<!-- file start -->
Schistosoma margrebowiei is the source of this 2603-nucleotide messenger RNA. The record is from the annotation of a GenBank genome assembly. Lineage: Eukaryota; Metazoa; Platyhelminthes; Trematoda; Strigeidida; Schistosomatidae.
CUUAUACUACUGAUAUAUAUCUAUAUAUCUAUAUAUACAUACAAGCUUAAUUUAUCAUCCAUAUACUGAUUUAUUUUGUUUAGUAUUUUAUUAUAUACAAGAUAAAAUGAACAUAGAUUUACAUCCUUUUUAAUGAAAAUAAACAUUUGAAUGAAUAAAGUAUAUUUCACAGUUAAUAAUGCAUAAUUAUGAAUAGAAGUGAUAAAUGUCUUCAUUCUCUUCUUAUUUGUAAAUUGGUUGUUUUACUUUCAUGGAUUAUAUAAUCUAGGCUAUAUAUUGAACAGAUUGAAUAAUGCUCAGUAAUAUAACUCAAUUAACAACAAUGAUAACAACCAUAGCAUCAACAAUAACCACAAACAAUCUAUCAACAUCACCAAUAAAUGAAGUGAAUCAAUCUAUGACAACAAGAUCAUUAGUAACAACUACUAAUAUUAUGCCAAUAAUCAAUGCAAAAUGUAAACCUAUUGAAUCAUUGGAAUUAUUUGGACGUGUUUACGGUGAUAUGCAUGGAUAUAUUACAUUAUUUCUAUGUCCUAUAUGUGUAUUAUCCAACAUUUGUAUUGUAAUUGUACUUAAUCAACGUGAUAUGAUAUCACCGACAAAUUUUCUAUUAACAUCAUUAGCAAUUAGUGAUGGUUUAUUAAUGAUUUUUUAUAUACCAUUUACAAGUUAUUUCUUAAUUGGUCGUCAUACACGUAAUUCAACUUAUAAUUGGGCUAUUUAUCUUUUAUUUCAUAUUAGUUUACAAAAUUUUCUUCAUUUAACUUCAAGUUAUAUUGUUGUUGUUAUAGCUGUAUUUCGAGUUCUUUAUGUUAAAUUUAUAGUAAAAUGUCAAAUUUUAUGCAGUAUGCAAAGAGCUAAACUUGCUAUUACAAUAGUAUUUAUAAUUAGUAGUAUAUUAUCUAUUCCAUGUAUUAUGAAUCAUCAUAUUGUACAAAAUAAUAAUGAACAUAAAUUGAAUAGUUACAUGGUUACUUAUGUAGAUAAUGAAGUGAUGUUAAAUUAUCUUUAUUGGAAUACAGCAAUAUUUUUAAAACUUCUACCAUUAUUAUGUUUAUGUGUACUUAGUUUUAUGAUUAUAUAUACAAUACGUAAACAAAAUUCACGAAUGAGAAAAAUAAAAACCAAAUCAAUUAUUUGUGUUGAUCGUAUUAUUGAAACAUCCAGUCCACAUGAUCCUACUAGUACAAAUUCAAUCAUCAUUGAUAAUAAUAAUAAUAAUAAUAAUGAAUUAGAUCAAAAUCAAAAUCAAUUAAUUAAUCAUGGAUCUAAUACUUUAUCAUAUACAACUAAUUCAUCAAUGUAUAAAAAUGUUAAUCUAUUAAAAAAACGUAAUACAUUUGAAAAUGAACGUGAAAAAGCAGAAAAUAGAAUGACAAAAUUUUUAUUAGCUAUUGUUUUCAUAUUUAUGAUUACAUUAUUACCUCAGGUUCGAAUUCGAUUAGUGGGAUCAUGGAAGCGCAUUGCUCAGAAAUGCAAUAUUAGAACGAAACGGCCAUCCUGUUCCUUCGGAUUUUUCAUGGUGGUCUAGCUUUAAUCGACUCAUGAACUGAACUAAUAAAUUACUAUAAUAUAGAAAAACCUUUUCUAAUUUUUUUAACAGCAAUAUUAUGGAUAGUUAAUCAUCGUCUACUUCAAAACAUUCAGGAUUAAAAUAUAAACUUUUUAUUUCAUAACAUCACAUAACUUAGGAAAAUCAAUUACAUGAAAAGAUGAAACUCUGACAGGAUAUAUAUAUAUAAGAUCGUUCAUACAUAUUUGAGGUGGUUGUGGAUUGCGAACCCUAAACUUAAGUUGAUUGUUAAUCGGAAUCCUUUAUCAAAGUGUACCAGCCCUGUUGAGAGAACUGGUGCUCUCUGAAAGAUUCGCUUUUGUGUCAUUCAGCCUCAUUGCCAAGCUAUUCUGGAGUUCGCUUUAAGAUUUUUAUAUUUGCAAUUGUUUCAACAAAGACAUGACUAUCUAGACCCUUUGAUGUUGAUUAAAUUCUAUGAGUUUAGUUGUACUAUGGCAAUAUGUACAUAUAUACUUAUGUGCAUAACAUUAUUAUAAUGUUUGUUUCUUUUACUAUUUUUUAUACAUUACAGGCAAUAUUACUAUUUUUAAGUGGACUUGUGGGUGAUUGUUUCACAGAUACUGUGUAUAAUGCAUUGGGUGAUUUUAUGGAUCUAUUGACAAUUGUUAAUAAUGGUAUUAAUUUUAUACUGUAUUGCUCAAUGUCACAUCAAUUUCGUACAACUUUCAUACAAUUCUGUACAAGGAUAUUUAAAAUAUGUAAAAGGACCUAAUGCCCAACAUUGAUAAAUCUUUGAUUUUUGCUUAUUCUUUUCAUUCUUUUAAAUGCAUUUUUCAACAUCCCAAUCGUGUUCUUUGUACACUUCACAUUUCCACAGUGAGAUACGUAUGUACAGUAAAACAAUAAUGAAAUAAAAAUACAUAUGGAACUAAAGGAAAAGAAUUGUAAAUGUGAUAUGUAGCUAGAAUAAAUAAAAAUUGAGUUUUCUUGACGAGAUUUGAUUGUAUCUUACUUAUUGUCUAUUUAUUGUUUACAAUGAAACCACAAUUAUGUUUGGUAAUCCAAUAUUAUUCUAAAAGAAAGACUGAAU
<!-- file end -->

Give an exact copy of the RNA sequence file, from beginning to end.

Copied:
Schistosoma margrebowiei is the source of this 2603-nucleotide messenger RNA. The record is from the annotation of a GenBank genome assembly. Lineage: Eukaryota; Metazoa; Platyhelminthes; Trematoda; Strigeidida; Schistosomatidae.
CUUAUACUACUGAUAUAUAUCUAUAUAUCUAUAUAUACAUACAAGCUUAAUUUAUCAUCCAUAUACUGAUUUAUUUUGUUUAGUAUUUUAUUAUAUACAAGAUAAAAUGAACAUAGAUUUACAUCCUUUUUAAUGAAAAUAAACAUUUGAAUGAAUAAAGUAUAUUUCACAGUUAAUAAUGCAUAAUUAUGAAUAGAAGUGAUAAAUGUCUUCAUUCUCUUCUUAUUUGUAAAUUGGUUGUUUUACUUUCAUGGAUUAUAUAAUCUAGGCUAUAUAUUGAACAGAUUGAAUAAUGCUCAGUAAUAUAACUCAAUUAACAACAAUGAUAACAACCAUAGCAUCAACAAUAACCACAAACAAUCUAUCAACAUCACCAAUAAAUGAAGUGAAUCAAUCUAUGACAACAAGAUCAUUAGUAACAACUACUAAUAUUAUGCCAAUAAUCAAUGCAAAAUGUAAACCUAUUGAAUCAUUGGAAUUAUUUGGACGUGUUUACGGUGAUAUGCAUGGAUAUAUUACAUUAUUUCUAUGUCCUAUAUGUGUAUUAUCCAACAUUUGUAUUGUAAUUGUACUUAAUCAACGUGAUAUGAUAUCACCGACAAAUUUUCUAUUAACAUCAUUAGCAAUUAGUGAUGGUUUAUUAAUGAUUUUUUAUAUACCAUUUACAAGUUAUUUCUUAAUUGGUCGUCAUACACGUAAUUCAACUUAUAAUUGGGCUAUUUAUCUUUUAUUUCAUAUUAGUUUACAAAAUUUUCUUCAUUUAACUUCAAGUUAUAUUGUUGUUGUUAUAGCUGUAUUUCGAGUUCUUUAUGUUAAAUUUAUAGUAAAAUGUCAAAUUUUAUGCAGUAUGCAAAGAGCUAAACUUGCUAUUACAAUAGUAUUUAUAAUUAGUAGUAUAUUAUCUAUUCCAUGUAUUAUGAAUCAUCAUAUUGUACAAAAUAAUAAUGAACAUAAAUUGAAUAGUUACAUGGUUACUUAUGUAGAUAAUGAAGUGAUGUUAAAUUAUCUUUAUUGGAAUACAGCAAUAUUUUUAAAACUUCUACCAUUAUUAUGUUUAUGUGUACUUAGUUUUAUGAUUAUAUAUACAAUACGUAAACAAAAUUCACGAAUGAGAAAAAUAAAAACCAAAUCAAUUAUUUGUGUUGAUCGUAUUAUUGAAACAUCCAGUCCACAUGAUCCUACUAGUACAAAUUCAAUCAUCAUUGAUAAUAAUAAUAAUAAUAAUAAUGAAUUAGAUCAAAAUCAAAAUCAAUUAAUUAAUCAUGGAUCUAAUACUUUAUCAUAUACAACUAAUUCAUCAAUGUAUAAAAAUGUUAAUCUAUUAAAAAAACGUAAUACAUUUGAAAAUGAACGUGAAAAAGCAGAAAAUAGAAUGACAAAAUUUUUAUUAGCUAUUGUUUUCAUAUUUAUGAUUACAUUAUUACCUCAGGUUCGAAUUCGAUUAGUGGGAUCAUGGAAGCGCAUUGCUCAGAAAUGCAAUAUUAGAACGAAACGGCCAUCCUGUUCCUUCGGAUUUUUCAUGGUGGUCUAGCUUUAAUCGACUCAUGAACUGAACUAAUAAAUUACUAUAAUAUAGAAAAACCUUUUCUAAUUUUUUUAACAGCAAUAUUAUGGAUAGUUAAUCAUCGUCUACUUCAAAACAUUCAGGAUUAAAAUAUAAACUUUUUAUUUCAUAACAUCACAUAACUUAGGAAAAUCAAUUACAUGAAAAGAUGAAACUCUGACAGGAUAUAUAUAUAUAAGAUCGUUCAUACAUAUUUGAGGUGGUUGUGGAUUGCGAACCCUAAACUUAAGUUGAUUGUUAAUCGGAAUCCUUUAUCAAAGUGUACCAGCCCUGUUGAGAGAACUGGUGCUCUCUGAAAGAUUCGCUUUUGUGUCAUUCAGCCUCAUUGCCAAGCUAUUCUGGAGUUCGCUUUAAGAUUUUUAUAUUUGCAAUUGUUUCAACAAAGACAUGACUAUCUAGACCCUUUGAUGUUGAUUAAAUUCUAUGAGUUUAGUUGUACUAUGGCAAUAUGUACAUAUAUACUUAUGUGCAUAACAUUAUUAUAAUGUUUGUUUCUUUUACUAUUUUUUAUACAUUACAGGCAAUAUUACUAUUUUUAAGUGGACUUGUGGGUGAUUGUUUCACAGAUACUGUGUAUAAUGCAUUGGGUGAUUUUAUGGAUCUAUUGACAAUUGUUAAUAAUGGUAUUAAUUUUAUACUGUAUUGCUCAAUGUCACAUCAAUUUCGUACAACUUUCAUACAAUUCUGUACAAGGAUAUUUAAAAUAUGUAAAAGGACCUAAUGCCCAACAUUGAUAAAUCUUUGAUUUUUGCUUAUUCUUUUCAUUCUUUUAAAUGCAUUUUUCAACAUCCCAAUCGUGUUCUUUGUACACUUCACAUUUCCACAGUGAGAUACGUAUGUACAGUAAAACAAUAAUGAAAUAAAAAUACAUAUGGAACUAAAGGAAAAGAAUUGUAAAUGUGAUAUGUAGCUAGAAUAAAUAAAAAUUGAGUUUUCUUGACGAGAUUUGAUUGUAUCUUACUUAUUGUCUAUUUAUUGUUUACAAUGAAACCACAAUUAUGUUUGGUAAUCCAAUAUUAUUCUAAAAGAAAGACUGAAU